The palace of Charles V, a stark Florentine-looking box which now houses the Alhambra Museum, includes Roman and Islamic artifacts. The building is expansive on the inside but as it is not furnished, it is hard to tell what it may have looked like in period. Its round courtyard was commissioned by Charles for his bride, Isabella of Portugal. The architect was Pedro Manchuca, who was born in Toledo and studied in Italy under Michelangelo. The building was abandoned during the next century, having never acquired its roof.

  • “…With all its grandeur… it appeared to us like an arrogant intrusion, and passing by it, we entered a simple unostentatious portal, opening into the interior of the Moorish Palace…”

This oldest section of the Alhambra is the Alcazaba, built on Sabika Hill, where a castle already stood, dating back to 860. It was renovated and became the defensive fortress for the entire Alhambra Fortress. It is separated from the rest of the fortress and the Nasrid Palaces by the Wine Gate, where tax free wine was sold during the medieval period. It was here that Boabdil relinquished the keys to the city to the Christian monarchs at their successful end of the Spanish Reconquista.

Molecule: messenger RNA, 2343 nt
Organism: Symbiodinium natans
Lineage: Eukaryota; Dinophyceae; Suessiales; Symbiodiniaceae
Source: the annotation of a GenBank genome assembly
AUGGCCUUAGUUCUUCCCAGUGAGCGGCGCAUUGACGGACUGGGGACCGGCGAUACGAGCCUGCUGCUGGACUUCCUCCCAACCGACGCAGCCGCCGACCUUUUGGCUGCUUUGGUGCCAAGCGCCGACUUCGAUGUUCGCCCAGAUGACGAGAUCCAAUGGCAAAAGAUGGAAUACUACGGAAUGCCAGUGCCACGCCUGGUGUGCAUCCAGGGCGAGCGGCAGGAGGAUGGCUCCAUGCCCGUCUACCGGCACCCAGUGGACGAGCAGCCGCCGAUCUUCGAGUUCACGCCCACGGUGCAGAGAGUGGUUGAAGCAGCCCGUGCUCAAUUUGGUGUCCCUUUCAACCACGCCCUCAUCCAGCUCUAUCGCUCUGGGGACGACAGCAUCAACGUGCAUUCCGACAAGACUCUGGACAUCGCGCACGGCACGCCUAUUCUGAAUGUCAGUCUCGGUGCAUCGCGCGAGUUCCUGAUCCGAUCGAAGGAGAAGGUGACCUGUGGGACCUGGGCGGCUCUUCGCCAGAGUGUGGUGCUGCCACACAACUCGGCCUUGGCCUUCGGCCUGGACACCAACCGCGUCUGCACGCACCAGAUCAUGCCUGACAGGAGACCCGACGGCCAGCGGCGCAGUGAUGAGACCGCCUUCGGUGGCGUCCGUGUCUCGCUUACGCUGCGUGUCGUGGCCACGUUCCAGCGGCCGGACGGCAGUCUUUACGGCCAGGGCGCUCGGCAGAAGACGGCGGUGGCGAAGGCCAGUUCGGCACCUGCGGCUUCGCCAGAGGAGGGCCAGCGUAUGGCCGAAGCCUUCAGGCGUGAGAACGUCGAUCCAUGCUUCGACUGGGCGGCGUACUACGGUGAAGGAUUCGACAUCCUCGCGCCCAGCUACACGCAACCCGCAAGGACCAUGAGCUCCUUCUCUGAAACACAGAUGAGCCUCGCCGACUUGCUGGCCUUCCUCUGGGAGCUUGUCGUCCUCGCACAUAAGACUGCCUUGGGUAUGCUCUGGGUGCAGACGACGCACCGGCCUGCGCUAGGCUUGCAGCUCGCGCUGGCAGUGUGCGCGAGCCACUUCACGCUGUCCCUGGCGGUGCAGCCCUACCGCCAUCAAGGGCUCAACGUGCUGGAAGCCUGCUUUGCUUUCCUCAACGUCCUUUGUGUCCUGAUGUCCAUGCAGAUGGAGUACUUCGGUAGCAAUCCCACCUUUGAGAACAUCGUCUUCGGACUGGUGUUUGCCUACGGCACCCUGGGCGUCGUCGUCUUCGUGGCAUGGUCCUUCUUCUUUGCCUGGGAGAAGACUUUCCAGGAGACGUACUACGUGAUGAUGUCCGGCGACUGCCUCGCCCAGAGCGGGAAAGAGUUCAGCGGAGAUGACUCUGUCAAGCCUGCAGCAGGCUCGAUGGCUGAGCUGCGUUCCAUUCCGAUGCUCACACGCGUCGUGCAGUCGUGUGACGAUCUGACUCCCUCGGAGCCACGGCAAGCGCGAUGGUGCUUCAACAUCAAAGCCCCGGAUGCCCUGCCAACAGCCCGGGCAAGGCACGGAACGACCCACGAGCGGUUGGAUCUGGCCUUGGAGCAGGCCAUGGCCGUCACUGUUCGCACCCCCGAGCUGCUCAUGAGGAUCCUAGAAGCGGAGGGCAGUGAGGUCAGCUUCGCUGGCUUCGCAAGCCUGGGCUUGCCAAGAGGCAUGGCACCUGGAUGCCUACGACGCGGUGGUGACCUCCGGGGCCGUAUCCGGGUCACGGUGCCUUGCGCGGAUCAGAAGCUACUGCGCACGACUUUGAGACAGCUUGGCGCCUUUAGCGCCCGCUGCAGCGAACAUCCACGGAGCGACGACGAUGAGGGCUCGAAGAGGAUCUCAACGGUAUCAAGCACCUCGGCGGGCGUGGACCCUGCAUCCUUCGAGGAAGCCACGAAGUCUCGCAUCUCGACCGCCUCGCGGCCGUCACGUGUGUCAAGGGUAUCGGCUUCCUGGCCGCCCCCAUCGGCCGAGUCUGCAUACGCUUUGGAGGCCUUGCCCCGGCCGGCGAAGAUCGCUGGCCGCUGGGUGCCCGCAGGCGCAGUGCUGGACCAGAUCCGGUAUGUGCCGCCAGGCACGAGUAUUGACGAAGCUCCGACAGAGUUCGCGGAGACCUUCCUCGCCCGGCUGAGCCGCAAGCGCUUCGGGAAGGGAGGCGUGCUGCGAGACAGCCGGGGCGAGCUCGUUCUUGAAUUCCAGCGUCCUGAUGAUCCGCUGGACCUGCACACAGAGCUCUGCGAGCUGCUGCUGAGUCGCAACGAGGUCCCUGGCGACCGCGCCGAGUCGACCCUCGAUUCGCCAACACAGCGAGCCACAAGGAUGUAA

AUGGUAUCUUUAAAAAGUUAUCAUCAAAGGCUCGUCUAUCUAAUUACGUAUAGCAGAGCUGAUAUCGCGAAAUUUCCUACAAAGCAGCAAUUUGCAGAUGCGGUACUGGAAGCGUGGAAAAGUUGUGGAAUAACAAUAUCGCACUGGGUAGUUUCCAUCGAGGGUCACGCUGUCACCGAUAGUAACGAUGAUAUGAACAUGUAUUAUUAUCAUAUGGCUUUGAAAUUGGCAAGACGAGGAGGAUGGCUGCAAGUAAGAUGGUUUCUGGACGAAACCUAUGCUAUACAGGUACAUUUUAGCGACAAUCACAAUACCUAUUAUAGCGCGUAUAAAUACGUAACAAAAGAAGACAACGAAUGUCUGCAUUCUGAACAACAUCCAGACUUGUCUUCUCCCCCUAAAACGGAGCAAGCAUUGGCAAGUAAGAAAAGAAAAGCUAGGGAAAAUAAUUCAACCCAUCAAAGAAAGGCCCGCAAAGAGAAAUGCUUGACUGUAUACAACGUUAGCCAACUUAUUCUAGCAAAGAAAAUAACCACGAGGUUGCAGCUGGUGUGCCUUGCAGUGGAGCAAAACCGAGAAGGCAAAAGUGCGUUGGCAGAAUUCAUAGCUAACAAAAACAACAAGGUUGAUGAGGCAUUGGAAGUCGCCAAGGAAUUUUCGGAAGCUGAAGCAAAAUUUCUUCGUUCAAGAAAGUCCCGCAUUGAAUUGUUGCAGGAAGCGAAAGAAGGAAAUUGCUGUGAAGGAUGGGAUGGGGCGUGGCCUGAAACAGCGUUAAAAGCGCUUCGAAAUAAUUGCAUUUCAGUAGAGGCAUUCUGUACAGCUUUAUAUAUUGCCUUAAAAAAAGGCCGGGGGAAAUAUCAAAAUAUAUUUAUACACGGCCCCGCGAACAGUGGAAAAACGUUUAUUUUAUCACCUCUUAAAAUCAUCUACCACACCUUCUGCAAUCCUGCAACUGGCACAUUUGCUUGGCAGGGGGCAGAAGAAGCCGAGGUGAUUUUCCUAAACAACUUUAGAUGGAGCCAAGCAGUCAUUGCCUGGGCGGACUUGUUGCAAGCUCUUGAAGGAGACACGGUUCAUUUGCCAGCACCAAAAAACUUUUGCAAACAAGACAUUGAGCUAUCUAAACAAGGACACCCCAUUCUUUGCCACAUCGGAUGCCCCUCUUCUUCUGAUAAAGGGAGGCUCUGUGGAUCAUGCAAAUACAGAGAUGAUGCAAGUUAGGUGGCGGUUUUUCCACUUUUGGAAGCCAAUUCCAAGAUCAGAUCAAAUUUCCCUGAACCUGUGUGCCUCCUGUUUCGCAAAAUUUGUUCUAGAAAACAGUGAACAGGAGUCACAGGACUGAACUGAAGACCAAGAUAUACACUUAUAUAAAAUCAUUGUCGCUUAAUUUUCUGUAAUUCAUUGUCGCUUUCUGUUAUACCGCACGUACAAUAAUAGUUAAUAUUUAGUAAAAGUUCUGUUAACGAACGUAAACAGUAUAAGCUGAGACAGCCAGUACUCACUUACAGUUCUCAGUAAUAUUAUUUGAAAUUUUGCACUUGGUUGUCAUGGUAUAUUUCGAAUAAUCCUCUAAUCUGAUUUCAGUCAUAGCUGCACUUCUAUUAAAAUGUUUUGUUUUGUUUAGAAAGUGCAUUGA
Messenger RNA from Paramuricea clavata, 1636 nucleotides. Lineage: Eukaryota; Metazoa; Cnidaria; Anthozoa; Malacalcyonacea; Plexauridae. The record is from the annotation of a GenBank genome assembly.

I end my tour of the Alhambra at the Monastery of San Francisco. It was built by Queen Isabella in the 15th century to fulfill a promise she had made to her church, to build a monastery next to the Moorish palaces in the Alhambra. It stands on the site of a mosque, palace and gardens built in the previous century. Ferdinand and Isabella were originally buried here, but were later exhumed and moved to the Royal Chapel adjoining the Cathedral downtown.

The Monastery now houses the Parador Hotel. I could not afford to stay there, but did eat dinner there, where I ordered a salad but was served a plate of salted salmon instead. The dining terrace affords a magnificent view.

For additional information about the Alhambra, or to plan your own trip there,please visit their website.

Now that you’ve read my tale, see more of the Alhambra via my photo-blog at Daveno Travels.